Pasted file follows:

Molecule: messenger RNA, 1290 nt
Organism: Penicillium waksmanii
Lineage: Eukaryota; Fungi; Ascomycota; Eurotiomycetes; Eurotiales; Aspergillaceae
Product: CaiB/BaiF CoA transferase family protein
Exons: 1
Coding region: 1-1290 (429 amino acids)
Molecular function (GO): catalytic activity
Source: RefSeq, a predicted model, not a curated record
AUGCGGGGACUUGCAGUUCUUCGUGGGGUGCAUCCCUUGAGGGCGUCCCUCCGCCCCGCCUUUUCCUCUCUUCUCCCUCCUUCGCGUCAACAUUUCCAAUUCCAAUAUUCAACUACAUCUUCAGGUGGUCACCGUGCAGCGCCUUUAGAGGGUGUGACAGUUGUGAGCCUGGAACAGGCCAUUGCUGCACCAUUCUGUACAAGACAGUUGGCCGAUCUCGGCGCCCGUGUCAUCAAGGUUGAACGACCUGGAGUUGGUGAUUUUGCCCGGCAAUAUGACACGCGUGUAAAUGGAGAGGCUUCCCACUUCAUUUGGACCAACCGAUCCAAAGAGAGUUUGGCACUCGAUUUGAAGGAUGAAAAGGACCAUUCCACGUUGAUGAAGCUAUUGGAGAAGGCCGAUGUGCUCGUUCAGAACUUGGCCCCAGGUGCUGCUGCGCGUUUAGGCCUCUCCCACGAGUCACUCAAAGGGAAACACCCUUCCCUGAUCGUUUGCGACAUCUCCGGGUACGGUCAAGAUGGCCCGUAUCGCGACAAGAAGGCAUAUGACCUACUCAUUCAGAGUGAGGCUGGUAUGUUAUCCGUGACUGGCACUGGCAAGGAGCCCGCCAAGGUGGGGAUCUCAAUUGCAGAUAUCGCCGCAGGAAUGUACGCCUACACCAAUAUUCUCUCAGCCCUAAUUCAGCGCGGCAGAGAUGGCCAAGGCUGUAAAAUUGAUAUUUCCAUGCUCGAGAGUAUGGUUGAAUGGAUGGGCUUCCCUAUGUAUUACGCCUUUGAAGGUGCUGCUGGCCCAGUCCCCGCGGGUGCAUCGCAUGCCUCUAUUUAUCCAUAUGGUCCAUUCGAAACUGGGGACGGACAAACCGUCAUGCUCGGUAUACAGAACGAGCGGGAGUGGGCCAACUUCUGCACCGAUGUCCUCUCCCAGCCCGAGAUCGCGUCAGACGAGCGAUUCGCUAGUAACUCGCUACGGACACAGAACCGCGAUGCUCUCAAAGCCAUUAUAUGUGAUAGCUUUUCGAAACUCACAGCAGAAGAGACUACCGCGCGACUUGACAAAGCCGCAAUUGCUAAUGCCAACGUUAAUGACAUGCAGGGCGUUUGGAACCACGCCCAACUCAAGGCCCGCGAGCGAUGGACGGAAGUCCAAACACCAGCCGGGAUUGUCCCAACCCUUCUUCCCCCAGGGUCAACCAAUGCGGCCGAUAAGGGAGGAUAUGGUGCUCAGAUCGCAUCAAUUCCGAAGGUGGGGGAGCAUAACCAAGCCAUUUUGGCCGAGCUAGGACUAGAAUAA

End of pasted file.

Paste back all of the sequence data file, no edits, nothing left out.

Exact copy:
Molecule: messenger RNA, 1290 nt
Organism: Penicillium waksmanii
Lineage: Eukaryota; Fungi; Ascomycota; Eurotiomycetes; Eurotiales; Aspergillaceae
Product: CaiB/BaiF CoA transferase family protein
Exons: 1
Coding region: 1-1290 (429 amino acids)
Molecular function (GO): catalytic activity
Source: RefSeq, a predicted model, not a curated record
AUGCGGGGACUUGCAGUUCUUCGUGGGGUGCAUCCCUUGAGGGCGUCCCUCCGCCCCGCCUUUUCCUCUCUUCUCCCUCCUUCGCGUCAACAUUUCCAAUUCCAAUAUUCAACUACAUCUUCAGGUGGUCACCGUGCAGCGCCUUUAGAGGGUGUGACAGUUGUGAGCCUGGAACAGGCCAUUGCUGCACCAUUCUGUACAAGACAGUUGGCCGAUCUCGGCGCCCGUGUCAUCAAGGUUGAACGACCUGGAGUUGGUGAUUUUGCCCGGCAAUAUGACACGCGUGUAAAUGGAGAGGCUUCCCACUUCAUUUGGACCAACCGAUCCAAAGAGAGUUUGGCACUCGAUUUGAAGGAUGAAAAGGACCAUUCCACGUUGAUGAAGCUAUUGGAGAAGGCCGAUGUGCUCGUUCAGAACUUGGCCCCAGGUGCUGCUGCGCGUUUAGGCCUCUCCCACGAGUCACUCAAAGGGAAACACCCUUCCCUGAUCGUUUGCGACAUCUCCGGGUACGGUCAAGAUGGCCCGUAUCGCGACAAGAAGGCAUAUGACCUACUCAUUCAGAGUGAGGCUGGUAUGUUAUCCGUGACUGGCACUGGCAAGGAGCCCGCCAAGGUGGGGAUCUCAAUUGCAGAUAUCGCCGCAGGAAUGUACGCCUACACCAAUAUUCUCUCAGCCCUAAUUCAGCGCGGCAGAGAUGGCCAAGGCUGUAAAAUUGAUAUUUCCAUGCUCGAGAGUAUGGUUGAAUGGAUGGGCUUCCCUAUGUAUUACGCCUUUGAAGGUGCUGCUGGCCCAGUCCCCGCGGGUGCAUCGCAUGCCUCUAUUUAUCCAUAUGGUCCAUUCGAAACUGGGGACGGACAAACCGUCAUGCUCGGUAUACAGAACGAGCGGGAGUGGGCCAACUUCUGCACCGAUGUCCUCUCCCAGCCCGAGAUCGCGUCAGACGAGCGAUUCGCUAGUAACUCGCUACGGACACAGAACCGCGAUGCUCUCAAAGCCAUUAUAUGUGAUAGCUUUUCGAAACUCACAGCAGAAGAGACUACCGCGCGACUUGACAAAGCCGCAAUUGCUAAUGCCAACGUUAAUGACAUGCAGGGCGUUUGGAACCACGCCCAACUCAAGGCCCGCGAGCGAUGGACGGAAGUCCAAACACCAGCCGGGAUUGUCCCAACCCUUCUUCCCCCAGGGUCAACCAAUGCGGCCGAUAAGGGAGGAUAUGGUGCUCAGAUCGCAUCAAUUCCGAAGGUGGGGGAGCAUAACCAAGCCAUUUUGGCCGAGCUAGGACUAGAAUAA